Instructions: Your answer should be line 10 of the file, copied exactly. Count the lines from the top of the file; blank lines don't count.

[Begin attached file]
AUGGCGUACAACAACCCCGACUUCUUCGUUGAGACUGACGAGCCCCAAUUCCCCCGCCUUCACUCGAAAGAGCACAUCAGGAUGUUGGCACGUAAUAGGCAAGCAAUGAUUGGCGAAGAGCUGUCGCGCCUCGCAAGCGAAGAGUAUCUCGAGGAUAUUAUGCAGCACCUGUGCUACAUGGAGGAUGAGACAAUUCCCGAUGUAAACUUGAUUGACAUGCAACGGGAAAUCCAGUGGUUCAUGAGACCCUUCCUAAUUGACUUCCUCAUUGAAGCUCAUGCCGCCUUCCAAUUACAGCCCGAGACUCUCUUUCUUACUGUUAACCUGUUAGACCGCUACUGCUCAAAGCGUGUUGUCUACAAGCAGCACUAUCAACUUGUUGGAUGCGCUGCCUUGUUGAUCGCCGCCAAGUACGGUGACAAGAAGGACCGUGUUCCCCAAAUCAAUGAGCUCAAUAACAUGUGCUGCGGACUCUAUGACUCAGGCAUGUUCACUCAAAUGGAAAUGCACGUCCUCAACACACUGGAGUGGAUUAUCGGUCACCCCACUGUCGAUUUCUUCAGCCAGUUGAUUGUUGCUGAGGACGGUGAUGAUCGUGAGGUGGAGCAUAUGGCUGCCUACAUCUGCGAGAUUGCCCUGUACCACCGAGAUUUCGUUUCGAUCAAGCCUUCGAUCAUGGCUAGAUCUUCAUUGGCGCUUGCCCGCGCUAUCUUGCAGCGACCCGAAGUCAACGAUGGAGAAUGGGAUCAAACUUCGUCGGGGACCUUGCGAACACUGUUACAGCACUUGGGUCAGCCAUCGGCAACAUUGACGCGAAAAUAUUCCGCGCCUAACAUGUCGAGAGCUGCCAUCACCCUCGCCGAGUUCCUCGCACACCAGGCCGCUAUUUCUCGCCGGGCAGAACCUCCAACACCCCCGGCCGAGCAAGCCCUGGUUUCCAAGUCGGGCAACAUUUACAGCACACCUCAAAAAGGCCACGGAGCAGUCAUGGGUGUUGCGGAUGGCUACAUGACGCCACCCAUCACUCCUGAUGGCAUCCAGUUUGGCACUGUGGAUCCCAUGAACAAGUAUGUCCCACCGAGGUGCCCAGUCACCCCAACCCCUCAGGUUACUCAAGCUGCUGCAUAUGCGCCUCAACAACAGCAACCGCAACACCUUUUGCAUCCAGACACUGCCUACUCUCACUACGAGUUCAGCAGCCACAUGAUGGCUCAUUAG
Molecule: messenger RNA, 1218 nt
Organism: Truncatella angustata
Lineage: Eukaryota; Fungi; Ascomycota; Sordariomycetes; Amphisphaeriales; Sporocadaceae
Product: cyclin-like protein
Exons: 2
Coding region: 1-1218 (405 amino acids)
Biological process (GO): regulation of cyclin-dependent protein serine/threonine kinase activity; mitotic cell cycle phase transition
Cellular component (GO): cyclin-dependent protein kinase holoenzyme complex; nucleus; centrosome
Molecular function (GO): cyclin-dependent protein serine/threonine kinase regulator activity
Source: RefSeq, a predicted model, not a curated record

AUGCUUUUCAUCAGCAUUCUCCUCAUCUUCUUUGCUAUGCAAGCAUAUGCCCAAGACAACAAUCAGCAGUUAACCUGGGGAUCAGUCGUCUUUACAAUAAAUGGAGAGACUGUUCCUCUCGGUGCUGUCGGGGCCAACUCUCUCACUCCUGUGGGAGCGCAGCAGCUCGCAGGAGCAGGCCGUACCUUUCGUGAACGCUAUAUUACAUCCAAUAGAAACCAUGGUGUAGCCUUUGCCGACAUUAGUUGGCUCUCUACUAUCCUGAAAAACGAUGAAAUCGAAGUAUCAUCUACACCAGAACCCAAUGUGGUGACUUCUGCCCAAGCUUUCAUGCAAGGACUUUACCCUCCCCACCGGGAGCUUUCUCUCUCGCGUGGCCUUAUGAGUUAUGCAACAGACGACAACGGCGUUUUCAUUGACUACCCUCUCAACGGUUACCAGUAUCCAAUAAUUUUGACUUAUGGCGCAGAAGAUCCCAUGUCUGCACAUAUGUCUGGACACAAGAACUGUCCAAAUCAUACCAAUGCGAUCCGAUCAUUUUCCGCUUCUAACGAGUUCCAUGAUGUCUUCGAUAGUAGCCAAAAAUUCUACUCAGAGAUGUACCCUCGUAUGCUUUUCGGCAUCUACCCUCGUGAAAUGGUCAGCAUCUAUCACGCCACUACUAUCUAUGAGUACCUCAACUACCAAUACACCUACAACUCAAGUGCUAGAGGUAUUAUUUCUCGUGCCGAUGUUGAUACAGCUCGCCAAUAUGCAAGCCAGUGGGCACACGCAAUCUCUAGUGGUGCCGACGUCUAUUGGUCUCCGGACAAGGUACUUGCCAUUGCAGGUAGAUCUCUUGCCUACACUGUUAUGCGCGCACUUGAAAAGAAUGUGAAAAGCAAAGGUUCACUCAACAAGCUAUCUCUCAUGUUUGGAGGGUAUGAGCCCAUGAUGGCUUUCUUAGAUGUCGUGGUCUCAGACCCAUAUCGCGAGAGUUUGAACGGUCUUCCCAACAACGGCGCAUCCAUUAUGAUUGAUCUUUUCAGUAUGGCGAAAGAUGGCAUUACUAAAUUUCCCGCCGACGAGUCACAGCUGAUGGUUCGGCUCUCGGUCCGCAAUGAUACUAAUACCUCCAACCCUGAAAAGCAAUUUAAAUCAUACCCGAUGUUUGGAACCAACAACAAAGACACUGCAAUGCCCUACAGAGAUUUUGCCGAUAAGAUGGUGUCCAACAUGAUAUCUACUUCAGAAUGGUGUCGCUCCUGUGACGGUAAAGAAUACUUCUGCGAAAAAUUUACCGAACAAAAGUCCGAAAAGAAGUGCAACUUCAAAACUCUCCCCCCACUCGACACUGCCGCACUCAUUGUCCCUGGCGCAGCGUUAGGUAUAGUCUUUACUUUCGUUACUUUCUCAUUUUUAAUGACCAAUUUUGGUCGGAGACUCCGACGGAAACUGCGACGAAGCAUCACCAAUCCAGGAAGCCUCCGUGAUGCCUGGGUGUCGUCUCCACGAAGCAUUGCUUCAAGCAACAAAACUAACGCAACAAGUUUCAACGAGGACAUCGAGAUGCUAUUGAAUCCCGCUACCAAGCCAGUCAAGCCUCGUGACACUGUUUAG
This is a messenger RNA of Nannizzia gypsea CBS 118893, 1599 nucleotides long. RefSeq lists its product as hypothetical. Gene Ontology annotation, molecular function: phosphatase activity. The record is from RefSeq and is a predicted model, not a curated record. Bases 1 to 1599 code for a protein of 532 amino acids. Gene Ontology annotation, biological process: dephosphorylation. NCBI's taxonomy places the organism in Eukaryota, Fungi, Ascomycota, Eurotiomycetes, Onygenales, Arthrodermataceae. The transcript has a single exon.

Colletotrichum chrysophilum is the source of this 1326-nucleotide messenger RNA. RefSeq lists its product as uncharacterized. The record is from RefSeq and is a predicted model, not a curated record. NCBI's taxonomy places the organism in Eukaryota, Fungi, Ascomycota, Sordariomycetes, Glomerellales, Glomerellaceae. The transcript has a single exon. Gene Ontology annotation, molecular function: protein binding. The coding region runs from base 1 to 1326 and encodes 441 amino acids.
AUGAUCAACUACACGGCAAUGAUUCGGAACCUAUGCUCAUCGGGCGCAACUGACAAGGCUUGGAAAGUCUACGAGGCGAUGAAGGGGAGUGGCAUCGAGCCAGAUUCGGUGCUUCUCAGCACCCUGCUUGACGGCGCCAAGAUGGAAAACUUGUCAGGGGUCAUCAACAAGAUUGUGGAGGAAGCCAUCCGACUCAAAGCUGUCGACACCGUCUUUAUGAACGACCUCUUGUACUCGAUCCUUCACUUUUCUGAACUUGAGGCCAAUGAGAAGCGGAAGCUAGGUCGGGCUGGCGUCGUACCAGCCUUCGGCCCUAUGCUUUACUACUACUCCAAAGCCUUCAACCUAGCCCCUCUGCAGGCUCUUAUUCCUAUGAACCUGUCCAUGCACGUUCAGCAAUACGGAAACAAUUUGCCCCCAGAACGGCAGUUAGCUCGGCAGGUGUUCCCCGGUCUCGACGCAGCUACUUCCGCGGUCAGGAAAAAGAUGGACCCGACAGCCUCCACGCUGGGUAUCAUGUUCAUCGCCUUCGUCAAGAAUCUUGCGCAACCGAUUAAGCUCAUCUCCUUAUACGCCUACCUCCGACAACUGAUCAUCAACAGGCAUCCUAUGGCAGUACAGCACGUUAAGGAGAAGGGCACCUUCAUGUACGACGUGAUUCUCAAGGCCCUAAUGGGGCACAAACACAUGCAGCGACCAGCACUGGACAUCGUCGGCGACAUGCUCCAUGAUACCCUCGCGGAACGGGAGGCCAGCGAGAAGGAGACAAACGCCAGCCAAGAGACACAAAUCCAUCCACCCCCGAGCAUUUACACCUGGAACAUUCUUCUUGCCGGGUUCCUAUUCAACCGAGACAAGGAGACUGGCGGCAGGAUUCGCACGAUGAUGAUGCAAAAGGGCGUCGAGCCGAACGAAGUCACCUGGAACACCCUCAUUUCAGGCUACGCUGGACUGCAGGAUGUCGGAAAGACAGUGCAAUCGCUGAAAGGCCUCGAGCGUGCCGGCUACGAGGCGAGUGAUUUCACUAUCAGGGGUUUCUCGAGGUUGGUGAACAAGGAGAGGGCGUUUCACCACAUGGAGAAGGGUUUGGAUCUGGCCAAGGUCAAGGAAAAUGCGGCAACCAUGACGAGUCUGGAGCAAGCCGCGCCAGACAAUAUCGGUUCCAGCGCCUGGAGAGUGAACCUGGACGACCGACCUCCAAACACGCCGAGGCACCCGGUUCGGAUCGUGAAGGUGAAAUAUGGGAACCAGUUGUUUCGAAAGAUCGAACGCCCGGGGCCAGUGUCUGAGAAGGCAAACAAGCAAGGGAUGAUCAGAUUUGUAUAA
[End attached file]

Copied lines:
Molecular function (GO): cyclin-dependent protein serine/threonine kinase regulator activity